The exciting discovery of a notebook by Isaac Newton’s roommate, which contains new and important information about Newton’s activities at an otherwise rather mysterious point in his life, has been written up by Dmitri Levitin (Oxford) and Scott Mandelbrote (Cambridge).
How do people change their minds? More specifically, how did people in pre-modern societies, in which various “orthodoxies” – above all religious – were strictly enforced, come to deviate from those orthodoxies?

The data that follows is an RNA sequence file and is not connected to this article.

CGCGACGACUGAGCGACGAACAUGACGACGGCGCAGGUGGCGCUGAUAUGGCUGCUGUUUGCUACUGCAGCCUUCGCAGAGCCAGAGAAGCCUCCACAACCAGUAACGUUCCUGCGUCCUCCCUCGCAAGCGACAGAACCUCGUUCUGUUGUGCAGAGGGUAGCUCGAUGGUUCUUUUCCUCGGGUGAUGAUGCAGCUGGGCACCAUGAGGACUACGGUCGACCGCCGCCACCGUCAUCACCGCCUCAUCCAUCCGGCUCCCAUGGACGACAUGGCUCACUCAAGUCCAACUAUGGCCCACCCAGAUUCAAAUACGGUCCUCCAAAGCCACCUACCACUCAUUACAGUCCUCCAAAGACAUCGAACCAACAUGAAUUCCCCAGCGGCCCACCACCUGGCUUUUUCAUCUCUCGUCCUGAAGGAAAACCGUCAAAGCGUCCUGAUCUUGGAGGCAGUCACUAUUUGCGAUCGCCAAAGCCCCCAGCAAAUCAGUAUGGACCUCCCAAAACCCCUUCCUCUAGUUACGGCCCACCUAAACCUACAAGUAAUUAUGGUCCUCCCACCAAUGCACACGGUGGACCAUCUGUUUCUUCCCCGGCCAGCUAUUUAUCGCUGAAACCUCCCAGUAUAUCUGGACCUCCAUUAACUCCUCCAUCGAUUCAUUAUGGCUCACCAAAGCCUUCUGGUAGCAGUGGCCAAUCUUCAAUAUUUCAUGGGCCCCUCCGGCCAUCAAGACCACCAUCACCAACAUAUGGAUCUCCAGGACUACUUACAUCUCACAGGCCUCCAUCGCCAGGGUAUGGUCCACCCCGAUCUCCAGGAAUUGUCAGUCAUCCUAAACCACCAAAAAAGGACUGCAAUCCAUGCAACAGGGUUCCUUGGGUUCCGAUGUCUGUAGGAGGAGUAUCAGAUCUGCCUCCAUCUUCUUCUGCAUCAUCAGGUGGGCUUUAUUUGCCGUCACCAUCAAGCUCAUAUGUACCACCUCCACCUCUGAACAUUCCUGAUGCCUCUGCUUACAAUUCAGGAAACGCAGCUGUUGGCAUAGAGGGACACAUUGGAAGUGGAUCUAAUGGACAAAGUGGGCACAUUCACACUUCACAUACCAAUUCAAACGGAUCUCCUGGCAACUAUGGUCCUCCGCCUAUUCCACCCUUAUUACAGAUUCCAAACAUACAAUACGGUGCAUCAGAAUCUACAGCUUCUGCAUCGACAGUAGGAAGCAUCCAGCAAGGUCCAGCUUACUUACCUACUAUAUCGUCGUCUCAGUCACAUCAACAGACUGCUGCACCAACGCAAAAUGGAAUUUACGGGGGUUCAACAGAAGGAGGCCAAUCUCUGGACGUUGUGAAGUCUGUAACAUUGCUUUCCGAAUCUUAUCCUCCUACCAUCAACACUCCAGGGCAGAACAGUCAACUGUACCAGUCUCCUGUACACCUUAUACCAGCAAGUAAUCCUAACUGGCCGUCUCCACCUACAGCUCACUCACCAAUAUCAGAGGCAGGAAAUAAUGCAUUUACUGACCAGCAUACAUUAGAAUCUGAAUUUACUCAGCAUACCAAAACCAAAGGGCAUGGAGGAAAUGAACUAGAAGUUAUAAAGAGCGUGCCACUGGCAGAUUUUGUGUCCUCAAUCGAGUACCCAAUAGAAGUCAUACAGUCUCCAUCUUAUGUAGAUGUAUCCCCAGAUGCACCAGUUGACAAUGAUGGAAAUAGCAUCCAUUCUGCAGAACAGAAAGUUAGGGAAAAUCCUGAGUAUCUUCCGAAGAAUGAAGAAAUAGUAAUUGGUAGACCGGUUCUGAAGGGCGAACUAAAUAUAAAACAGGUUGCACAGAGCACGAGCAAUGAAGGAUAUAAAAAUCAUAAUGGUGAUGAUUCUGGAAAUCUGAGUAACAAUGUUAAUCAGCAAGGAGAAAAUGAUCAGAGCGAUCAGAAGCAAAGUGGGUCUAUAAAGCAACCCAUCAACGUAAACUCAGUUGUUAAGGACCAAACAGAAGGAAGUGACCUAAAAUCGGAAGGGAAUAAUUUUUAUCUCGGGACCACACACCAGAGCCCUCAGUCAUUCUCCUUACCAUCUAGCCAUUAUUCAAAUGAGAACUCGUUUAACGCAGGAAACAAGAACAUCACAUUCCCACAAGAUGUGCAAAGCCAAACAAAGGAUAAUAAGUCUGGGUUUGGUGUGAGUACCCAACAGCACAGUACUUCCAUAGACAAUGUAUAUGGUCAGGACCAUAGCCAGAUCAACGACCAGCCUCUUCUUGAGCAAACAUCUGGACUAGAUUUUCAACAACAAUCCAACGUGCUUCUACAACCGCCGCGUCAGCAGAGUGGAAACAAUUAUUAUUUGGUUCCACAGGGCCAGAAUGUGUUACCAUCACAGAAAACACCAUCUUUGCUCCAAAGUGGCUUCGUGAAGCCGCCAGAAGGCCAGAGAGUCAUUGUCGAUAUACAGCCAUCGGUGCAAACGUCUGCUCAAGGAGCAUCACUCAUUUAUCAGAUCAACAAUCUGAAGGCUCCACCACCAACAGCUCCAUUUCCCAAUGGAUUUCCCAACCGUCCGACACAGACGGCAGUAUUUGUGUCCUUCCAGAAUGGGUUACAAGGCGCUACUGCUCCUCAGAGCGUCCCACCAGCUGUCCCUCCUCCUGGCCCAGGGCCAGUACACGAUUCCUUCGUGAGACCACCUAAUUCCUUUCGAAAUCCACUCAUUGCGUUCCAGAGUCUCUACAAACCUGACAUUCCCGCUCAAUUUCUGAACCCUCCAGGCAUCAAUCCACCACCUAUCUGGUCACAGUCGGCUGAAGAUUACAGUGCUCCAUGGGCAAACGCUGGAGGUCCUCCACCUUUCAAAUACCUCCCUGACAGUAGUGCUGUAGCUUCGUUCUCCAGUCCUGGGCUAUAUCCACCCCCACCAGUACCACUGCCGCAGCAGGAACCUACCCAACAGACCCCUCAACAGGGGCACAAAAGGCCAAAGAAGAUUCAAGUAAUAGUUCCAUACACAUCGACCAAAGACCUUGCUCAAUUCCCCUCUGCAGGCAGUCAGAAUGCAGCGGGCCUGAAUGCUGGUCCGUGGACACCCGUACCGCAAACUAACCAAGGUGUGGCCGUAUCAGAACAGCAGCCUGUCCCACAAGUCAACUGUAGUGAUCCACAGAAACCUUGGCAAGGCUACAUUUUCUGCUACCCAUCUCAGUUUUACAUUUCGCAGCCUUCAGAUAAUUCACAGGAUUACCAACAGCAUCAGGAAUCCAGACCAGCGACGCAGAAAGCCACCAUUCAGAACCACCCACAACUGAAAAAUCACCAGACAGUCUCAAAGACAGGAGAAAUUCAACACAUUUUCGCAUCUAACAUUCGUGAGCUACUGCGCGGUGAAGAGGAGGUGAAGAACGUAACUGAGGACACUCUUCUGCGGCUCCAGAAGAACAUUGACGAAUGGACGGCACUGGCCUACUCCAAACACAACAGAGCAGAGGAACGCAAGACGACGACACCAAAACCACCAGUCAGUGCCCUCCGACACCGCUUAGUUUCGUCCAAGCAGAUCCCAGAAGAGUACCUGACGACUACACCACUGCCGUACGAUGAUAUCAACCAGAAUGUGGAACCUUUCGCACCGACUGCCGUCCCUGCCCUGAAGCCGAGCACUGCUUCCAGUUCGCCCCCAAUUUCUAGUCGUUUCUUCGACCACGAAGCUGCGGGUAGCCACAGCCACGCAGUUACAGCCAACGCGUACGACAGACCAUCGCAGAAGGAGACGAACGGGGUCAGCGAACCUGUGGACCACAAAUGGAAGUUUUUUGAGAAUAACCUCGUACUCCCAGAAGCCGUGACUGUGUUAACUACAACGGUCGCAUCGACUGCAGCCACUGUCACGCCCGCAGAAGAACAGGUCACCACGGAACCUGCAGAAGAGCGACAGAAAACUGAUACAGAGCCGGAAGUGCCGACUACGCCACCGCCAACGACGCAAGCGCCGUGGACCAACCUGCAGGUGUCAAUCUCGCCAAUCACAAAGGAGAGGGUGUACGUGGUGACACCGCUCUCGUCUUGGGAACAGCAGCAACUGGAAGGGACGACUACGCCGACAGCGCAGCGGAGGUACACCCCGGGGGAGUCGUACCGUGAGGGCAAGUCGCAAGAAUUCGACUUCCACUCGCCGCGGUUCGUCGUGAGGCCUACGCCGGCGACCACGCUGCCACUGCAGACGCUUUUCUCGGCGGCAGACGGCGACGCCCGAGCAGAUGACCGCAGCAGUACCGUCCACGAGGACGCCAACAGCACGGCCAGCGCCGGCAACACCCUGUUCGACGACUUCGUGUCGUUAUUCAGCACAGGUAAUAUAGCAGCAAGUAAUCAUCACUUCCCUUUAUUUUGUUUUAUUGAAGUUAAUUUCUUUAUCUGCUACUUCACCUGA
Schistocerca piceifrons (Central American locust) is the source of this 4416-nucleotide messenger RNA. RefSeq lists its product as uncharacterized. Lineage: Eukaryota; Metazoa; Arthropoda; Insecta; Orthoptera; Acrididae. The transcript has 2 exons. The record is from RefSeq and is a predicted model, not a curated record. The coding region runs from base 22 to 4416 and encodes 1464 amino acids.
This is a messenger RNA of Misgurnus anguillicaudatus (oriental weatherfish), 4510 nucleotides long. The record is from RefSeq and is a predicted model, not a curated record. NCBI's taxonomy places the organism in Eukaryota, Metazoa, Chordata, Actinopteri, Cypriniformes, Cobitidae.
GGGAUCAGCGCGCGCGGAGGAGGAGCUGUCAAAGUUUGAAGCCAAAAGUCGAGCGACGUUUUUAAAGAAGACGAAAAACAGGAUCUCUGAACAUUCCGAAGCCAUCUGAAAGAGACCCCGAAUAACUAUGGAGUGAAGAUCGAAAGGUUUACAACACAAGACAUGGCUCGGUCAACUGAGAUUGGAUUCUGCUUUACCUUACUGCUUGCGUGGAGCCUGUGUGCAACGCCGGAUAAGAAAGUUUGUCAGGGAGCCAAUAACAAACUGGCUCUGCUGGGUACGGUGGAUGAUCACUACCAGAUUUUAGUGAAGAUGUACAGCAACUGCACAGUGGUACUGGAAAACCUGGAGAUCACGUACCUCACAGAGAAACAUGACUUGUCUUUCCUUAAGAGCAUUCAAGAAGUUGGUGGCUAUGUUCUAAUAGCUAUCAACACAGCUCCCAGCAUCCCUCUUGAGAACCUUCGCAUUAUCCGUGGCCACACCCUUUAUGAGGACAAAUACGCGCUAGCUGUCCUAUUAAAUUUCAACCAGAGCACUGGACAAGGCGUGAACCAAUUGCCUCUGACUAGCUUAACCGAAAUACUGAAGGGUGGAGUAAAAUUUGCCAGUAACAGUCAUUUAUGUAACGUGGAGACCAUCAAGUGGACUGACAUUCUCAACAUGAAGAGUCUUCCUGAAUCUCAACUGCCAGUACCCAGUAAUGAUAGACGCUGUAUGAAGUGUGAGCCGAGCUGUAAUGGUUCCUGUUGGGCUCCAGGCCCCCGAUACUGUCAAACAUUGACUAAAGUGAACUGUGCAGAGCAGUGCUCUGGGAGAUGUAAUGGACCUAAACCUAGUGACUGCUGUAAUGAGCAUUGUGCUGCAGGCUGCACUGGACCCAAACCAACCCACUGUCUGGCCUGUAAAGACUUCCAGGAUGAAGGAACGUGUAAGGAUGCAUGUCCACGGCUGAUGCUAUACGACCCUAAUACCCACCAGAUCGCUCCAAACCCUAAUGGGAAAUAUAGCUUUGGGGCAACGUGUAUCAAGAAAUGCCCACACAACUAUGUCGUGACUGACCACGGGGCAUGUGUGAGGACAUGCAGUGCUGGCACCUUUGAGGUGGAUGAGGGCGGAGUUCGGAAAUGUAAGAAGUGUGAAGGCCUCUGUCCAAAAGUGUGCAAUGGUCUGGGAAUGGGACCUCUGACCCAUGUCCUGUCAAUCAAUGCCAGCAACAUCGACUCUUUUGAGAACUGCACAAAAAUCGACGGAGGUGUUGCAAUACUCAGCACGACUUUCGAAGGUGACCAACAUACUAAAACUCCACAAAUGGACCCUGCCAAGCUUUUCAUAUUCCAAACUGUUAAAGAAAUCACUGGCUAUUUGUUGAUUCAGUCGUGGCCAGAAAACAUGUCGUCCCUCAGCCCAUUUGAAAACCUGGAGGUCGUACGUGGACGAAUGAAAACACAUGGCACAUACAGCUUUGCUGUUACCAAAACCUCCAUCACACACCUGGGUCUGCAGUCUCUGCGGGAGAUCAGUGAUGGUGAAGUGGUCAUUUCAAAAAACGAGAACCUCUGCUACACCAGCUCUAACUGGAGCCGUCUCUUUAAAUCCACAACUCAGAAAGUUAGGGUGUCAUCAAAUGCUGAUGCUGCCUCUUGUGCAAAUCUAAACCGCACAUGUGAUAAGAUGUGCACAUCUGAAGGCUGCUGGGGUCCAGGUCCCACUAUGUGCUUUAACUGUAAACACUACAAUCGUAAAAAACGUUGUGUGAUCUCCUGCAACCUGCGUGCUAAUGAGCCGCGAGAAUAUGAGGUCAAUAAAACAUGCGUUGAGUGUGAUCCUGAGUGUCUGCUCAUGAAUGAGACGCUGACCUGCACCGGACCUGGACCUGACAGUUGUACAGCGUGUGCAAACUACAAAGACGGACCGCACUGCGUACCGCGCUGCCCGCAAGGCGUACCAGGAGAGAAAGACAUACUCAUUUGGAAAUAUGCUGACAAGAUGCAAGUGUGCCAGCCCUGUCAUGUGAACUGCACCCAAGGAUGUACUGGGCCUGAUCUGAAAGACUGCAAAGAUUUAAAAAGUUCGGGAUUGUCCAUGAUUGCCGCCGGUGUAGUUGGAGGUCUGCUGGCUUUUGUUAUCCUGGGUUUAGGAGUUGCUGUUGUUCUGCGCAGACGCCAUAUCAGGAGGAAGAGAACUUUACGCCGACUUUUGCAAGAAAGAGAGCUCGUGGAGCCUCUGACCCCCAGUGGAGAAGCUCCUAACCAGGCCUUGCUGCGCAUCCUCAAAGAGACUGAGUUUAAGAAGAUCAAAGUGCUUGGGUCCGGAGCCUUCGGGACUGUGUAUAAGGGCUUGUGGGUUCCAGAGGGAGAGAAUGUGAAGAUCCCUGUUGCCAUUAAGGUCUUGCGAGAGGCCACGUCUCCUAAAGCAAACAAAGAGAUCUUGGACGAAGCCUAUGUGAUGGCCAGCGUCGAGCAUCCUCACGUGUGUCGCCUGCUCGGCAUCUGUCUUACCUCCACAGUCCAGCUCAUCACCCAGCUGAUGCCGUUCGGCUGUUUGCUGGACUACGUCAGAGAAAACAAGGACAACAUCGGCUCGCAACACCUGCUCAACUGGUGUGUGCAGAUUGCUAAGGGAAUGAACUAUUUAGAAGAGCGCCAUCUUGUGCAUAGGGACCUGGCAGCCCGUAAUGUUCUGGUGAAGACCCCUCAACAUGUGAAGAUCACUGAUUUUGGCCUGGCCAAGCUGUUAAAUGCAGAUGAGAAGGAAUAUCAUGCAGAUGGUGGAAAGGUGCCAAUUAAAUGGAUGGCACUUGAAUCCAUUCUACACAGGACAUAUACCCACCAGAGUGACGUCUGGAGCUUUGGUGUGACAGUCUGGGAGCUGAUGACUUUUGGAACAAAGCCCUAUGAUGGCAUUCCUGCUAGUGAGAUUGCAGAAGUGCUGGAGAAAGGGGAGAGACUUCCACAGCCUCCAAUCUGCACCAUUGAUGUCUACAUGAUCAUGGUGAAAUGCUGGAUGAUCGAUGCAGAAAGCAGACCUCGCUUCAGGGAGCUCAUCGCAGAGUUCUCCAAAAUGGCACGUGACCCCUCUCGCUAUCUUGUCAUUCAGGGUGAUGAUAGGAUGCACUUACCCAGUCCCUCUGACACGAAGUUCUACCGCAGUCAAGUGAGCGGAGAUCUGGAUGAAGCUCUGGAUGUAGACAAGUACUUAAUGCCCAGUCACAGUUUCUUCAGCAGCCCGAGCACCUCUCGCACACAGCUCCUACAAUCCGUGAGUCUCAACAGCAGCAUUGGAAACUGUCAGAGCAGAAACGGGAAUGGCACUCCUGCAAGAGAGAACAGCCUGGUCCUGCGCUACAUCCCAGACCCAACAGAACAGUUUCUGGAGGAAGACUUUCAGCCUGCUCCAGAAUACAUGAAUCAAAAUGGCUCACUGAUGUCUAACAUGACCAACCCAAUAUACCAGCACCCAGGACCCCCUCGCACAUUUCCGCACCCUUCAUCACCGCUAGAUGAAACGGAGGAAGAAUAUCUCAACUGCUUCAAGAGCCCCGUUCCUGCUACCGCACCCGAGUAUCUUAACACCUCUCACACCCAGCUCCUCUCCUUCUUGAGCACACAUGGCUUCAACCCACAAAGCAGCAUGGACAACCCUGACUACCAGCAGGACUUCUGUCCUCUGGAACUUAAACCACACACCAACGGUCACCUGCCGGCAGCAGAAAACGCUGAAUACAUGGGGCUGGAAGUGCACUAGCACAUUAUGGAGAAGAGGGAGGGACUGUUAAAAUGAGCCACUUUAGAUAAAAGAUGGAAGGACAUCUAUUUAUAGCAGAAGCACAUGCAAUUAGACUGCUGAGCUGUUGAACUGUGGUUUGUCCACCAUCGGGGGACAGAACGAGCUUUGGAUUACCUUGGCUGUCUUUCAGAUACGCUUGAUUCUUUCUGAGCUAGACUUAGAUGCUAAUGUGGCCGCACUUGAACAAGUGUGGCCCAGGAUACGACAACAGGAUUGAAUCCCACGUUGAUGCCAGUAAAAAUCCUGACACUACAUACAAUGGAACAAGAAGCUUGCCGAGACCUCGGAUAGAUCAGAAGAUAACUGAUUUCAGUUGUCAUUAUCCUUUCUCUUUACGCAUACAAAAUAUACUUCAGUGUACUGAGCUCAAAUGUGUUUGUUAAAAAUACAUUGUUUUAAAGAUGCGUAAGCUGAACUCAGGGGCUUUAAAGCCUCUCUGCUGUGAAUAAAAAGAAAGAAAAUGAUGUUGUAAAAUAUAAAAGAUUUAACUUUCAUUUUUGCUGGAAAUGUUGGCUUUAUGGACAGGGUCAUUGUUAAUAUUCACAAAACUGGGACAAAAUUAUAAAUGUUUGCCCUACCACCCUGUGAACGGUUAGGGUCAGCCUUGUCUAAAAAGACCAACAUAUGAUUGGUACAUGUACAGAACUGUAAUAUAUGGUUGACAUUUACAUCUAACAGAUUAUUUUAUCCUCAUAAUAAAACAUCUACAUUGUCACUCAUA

Today, the most tempting answer is also the most romantic: by sheer force of intellect, the greatest thinkers freed themselves from the bondage of intellectual constraints. Nowhere is such an interpretation more alluring than in the case of Isaac Newton. It has long been known that as well as being the greatest mathematician of his age, and the discoverer of universal gravitation, Newton was also a highly unusual Christian. At some point in his adult years, and certainly by 1690, Newton had dismantled the standard biblical proofs for the doctrine of the Trinity. He kept his doubts largely secret, and with good reason – the Blasphemy Act of 1698 (parts of which remained in force until 2008) was primarily intended to prevent public attack on the doctrine. In 1710, William Whiston, Newton’s successor as Lucasian Professor of Mathematics at Cambridge, lost his post for advancing a similar heterodoxy to that of his mentor. Rumours swirled, but Newton’s views only became public during the decades after his death. They have been a cause of relentless study and speculation ever since.